“Years ago, I made a lot of fear-based decisions,” she said. “I didn’t feel myself. And I would see other people that seemed to be themselves, and seemed to be confident, and I was like, ‘God, I guess you just have to be born that way. Am I just stuck here? Can I become like them?’ And I realized I could. The thing that made the biggest difference for me was an experiment. I just started thinking about these negative thoughts as if they were coming from someone else. If someone else was saying them to me, I would not be giving them the validity that I was giving them. I would not be assuming they were all true. I would have doubts.”
“If someone else told me, ‘Don’t take that job. It’s gonna be bad for you.’ I would go, ‘Why?’” she continued. “But they’re my own thoughts, and treating them as such made me trust them. [Rethinking] that made such a big difference in my life that I wanted to give that to the viewer. I wanted to take the negative thoughts and make them sound so different from Olivia’s own voice, that we could start setting up that idea for the viewer.”
The beating heart of the film is Violet’s process of learning that The Voice has been lying to her all these years — she’s worth more than it says she is. So Bateman also imbued the idea of Violet’s return to herself using visual methods. Early in the film, she relives a childhood memory where she breaks away from a group of friends who are telling her what to do, riding off on her bicycle and enjoying a sense of freedom. The shots and the audio don’t match up together, making that freedom feel distant, disorienting, out of reach.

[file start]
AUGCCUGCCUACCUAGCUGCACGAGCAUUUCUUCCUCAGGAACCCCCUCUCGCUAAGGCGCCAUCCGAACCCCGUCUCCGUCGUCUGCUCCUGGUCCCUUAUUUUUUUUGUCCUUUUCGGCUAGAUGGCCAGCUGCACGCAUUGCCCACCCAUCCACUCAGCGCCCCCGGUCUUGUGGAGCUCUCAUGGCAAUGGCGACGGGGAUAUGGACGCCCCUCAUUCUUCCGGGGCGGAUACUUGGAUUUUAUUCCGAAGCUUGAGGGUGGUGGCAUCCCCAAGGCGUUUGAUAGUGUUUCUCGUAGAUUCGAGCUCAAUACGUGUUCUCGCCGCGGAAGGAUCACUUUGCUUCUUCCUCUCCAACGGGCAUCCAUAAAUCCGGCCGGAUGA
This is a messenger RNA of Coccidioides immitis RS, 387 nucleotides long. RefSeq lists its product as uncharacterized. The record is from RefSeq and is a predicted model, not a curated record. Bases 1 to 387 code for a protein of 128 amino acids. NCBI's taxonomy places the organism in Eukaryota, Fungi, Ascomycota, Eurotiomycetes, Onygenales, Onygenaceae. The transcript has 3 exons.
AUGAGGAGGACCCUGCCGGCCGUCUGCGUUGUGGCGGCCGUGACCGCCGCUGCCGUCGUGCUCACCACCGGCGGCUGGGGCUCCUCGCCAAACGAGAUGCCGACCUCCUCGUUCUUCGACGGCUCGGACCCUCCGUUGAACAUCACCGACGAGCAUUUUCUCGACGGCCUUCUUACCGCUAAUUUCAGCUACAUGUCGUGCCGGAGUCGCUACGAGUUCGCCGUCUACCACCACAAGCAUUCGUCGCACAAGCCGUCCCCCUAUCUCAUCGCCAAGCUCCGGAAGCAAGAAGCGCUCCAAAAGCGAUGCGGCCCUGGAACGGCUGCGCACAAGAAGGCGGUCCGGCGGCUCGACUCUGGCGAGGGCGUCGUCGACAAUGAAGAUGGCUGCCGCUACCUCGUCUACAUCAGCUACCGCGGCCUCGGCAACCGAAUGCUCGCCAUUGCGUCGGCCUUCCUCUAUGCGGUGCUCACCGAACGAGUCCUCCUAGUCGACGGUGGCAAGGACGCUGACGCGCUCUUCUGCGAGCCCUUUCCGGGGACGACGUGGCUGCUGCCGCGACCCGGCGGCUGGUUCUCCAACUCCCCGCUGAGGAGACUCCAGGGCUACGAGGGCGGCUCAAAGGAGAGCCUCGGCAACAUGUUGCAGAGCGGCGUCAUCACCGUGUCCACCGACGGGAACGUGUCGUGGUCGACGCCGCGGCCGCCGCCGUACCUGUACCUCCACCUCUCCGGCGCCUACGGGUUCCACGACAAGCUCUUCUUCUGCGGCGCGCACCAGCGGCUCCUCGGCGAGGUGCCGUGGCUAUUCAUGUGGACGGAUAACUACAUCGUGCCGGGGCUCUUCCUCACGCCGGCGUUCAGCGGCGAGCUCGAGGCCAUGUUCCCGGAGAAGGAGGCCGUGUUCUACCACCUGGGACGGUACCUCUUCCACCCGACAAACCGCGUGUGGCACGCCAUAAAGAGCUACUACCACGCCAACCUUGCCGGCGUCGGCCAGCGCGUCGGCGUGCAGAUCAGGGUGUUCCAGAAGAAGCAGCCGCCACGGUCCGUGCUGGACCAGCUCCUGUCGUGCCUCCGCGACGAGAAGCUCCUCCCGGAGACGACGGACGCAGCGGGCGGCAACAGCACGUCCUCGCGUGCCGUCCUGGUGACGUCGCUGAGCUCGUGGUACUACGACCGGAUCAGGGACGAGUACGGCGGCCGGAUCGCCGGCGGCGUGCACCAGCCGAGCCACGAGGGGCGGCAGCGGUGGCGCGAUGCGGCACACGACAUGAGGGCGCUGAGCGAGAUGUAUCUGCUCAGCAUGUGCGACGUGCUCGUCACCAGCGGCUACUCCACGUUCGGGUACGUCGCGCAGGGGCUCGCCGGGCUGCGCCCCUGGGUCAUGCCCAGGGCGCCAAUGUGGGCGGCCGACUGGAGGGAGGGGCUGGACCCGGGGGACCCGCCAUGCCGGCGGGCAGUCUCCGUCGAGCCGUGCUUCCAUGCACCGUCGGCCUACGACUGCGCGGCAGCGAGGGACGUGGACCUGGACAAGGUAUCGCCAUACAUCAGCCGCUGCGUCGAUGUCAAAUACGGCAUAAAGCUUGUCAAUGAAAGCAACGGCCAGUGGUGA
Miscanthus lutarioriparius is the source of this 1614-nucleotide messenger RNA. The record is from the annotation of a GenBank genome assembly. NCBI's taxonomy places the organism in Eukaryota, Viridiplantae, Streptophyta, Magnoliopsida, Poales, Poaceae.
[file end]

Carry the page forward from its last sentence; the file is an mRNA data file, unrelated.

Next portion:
“When I was looking at the dailies, they weren’t synced yet,” Bateman said. “I had the audio and the video separate, and I would have to start them at the same time. But I was doing something else, and I didn’t start them at the same time, and all the dialogue slipped. Everything was out of sync, and it was great, since it’s a dream sequence. Your brain doesn’t put things together in sync, necessarily, when you’re dreaming.”
After the initial flashback, that memory appears again, this time as an image projected on what looks to be a movie screen Violet is imagining under an overpass that she stops her car at after having a hard day. Bateman said that she wanted that former freedom to “haunt” Violet, and recalled working with the lighting department to project a perfect rectangle of light that the visual effects team could lay the flashback footage over. The projected memory comes out again near the end of the film when Violet finally begins to act out of authenticity instead of shame, and in the context of Violet’s film industry career, there’s something symbolic about her struggle and eventual triumph to fall back in love with the big screen.